Chamoy is ideal as a topping over fresh fruits such as mangoes, watermelon, papaya, pineapple, and even apples. Manzanos con chamoy, for instance, is a popular street food in Mexico. The Mexican answer to candy apple, it is an apple snack made of whole apples rolled in chamoy paste. Besides fruits, chamoy too works as a dressing for crunchy vegetables like carrots, cucumbers, and celery.

Another popular snack especially during the summer is chamoyada. Chamoyada is a shaved ice or snow cone topped with fresh fruits and deliciously tangy chamoy sauce. If you have a penchant for alcoholic drinks, you can try using the thick paste-like version for rimming boozy cocktails.

Beyond sweet treats and drinks, you can also use chamoy to render additional flavor to your favorite Mexican snacks like jicama, tacos, or nachos. If you think it stops there, it can even be added to main dishes such as steak and even chili as a hot sauce.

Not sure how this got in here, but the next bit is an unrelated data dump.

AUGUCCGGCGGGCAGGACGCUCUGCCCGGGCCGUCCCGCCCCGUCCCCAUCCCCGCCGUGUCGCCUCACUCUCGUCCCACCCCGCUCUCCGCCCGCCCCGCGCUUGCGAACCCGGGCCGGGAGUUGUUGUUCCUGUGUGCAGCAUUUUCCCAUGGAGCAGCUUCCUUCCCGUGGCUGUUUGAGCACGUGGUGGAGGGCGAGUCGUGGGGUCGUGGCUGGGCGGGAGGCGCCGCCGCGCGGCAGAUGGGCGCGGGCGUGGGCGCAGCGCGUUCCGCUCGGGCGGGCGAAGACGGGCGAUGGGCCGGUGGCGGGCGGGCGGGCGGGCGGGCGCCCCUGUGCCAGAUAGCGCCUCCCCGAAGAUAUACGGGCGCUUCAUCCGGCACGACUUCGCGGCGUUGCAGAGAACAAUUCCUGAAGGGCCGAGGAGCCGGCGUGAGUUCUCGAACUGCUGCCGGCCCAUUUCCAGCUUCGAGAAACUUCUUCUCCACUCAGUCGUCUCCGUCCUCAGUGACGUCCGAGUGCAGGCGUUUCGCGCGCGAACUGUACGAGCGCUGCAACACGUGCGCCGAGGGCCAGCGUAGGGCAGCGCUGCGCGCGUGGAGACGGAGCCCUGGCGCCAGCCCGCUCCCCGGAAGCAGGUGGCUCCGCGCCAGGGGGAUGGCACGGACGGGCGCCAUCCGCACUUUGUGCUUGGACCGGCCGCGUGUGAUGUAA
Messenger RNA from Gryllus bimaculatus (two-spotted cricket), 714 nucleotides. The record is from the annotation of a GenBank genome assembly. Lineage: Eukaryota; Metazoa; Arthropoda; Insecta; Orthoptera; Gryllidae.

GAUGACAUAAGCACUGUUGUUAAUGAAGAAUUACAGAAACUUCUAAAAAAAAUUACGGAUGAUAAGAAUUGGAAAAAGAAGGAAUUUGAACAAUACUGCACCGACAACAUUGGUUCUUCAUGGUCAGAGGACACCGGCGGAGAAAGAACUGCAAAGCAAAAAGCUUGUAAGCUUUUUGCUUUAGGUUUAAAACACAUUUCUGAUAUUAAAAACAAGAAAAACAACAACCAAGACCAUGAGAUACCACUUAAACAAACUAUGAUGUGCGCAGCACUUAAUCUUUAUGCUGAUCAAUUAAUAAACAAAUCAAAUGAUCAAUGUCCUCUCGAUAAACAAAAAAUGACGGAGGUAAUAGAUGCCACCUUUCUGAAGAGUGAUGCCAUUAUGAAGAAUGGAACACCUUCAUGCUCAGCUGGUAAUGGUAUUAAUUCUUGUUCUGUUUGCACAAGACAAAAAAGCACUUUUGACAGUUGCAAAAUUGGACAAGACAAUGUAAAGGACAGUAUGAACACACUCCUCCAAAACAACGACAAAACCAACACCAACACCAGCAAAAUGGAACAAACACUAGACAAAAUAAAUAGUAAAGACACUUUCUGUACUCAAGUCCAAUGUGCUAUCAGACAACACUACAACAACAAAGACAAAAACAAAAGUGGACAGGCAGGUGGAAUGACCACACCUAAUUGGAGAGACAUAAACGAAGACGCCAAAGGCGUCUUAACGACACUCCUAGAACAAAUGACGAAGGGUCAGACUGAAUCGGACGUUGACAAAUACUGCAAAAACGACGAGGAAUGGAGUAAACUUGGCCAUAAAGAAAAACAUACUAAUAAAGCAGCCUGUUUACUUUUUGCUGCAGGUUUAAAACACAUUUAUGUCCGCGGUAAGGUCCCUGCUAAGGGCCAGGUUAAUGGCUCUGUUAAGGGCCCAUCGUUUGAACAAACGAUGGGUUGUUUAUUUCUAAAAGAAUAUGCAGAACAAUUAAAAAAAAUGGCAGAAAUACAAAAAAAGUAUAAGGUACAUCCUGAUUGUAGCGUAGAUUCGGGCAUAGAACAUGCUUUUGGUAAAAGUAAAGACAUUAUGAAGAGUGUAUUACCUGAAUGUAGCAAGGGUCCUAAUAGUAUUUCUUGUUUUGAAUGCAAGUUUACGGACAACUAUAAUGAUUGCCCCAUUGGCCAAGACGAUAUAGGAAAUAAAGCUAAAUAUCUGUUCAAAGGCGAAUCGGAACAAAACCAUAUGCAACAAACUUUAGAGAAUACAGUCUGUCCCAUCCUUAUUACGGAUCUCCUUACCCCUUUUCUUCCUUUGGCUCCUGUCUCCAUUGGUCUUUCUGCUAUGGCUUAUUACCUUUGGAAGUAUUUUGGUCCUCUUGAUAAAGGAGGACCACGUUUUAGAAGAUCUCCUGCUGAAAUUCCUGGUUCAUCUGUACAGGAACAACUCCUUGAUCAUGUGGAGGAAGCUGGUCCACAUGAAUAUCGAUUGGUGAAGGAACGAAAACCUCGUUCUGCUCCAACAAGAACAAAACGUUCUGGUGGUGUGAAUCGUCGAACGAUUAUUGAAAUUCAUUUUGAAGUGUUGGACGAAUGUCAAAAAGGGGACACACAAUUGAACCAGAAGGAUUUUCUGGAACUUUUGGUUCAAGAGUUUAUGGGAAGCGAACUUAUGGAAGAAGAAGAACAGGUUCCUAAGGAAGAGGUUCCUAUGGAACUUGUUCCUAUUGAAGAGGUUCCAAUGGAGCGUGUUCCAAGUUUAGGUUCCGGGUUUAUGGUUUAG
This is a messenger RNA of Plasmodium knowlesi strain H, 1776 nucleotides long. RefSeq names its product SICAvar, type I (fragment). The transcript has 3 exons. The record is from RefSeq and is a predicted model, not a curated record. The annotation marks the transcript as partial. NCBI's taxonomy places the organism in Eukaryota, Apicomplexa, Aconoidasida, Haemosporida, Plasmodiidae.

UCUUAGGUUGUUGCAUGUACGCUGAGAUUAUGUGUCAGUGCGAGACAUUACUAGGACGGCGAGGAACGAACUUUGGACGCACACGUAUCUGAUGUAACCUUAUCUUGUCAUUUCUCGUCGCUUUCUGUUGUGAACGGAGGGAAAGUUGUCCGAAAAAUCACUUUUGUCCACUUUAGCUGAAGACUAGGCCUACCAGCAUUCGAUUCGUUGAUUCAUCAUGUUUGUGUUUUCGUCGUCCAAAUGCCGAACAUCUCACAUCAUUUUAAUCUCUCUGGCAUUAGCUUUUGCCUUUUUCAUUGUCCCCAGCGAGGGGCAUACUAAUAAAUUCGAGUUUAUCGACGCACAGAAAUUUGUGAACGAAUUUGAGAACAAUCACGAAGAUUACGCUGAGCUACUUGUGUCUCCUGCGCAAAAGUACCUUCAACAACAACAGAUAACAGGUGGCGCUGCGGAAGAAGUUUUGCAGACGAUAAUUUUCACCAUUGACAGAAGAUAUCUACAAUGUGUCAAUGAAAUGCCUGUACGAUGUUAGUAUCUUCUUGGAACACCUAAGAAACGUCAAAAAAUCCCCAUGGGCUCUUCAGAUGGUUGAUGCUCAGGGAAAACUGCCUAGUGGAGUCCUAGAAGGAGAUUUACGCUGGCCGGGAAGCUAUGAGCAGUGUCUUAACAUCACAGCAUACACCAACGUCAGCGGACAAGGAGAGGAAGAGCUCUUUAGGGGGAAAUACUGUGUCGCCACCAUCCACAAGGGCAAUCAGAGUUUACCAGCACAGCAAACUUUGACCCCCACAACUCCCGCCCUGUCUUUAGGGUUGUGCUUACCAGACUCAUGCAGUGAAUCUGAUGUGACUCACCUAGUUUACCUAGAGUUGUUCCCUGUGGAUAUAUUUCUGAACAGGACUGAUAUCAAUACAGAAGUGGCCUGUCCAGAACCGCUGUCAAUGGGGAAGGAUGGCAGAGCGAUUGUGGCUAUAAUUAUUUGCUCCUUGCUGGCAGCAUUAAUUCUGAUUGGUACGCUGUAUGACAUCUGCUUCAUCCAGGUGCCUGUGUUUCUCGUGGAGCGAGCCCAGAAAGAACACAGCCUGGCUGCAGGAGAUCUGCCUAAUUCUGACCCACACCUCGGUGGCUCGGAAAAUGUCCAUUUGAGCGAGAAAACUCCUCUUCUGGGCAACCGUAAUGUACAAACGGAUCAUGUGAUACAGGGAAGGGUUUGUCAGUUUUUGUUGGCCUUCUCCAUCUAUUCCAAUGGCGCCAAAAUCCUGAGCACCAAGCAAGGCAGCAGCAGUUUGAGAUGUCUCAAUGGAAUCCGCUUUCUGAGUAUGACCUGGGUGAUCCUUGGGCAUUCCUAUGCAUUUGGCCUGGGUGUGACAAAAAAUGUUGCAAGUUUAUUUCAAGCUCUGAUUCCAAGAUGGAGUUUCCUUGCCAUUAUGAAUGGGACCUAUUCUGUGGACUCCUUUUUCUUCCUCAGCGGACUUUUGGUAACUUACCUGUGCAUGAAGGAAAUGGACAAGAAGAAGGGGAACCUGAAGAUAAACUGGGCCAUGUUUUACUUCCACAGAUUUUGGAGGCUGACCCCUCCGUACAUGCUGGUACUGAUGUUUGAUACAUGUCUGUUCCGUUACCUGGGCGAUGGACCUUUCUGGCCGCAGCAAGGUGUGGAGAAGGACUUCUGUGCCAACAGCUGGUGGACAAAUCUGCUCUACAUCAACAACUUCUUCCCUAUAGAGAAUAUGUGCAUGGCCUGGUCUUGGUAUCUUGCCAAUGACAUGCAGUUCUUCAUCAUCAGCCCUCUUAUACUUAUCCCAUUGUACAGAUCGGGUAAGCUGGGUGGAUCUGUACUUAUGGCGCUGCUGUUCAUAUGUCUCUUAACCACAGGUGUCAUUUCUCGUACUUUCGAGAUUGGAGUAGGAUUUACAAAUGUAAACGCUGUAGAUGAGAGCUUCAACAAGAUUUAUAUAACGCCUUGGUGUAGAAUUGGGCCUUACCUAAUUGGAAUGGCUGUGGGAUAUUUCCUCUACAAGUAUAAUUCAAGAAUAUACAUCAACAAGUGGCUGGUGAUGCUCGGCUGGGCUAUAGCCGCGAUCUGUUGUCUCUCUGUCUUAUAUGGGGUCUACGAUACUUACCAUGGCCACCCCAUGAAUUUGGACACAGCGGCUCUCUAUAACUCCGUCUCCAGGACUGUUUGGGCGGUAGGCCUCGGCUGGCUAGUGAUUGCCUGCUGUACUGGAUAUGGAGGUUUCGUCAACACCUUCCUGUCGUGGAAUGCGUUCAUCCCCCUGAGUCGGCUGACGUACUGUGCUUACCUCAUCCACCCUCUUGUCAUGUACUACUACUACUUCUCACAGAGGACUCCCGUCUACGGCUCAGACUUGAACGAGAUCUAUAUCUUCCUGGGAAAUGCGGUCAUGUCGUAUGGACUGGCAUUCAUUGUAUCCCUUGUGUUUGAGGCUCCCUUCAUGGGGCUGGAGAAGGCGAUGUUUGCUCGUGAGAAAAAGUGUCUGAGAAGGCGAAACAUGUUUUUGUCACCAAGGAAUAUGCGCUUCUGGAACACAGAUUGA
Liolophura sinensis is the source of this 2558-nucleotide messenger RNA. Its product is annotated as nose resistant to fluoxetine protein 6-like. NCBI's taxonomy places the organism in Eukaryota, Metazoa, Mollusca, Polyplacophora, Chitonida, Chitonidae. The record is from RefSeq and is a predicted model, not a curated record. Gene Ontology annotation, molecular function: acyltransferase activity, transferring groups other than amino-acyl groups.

Chamoy Recipes You Should Try

woman transferring ingredient on a pot, pregnant woman cooking in kitchen

Now that you know how versatile this Mexican sauce is, let’s get right to dishes you can serve it with, including a rim dip recipe for cocktails. So, stock up on chamoy, and let’s see how you’ll fare with these favorites:

  • Mangonada — Also called chamangos, mangonada is a summer favorite all around Mexico. This dessert features mangoes, fresh lime juice, tajin, chamoy, and tamarind candy straws. And if you feel like it, you can also add either tequila or rum.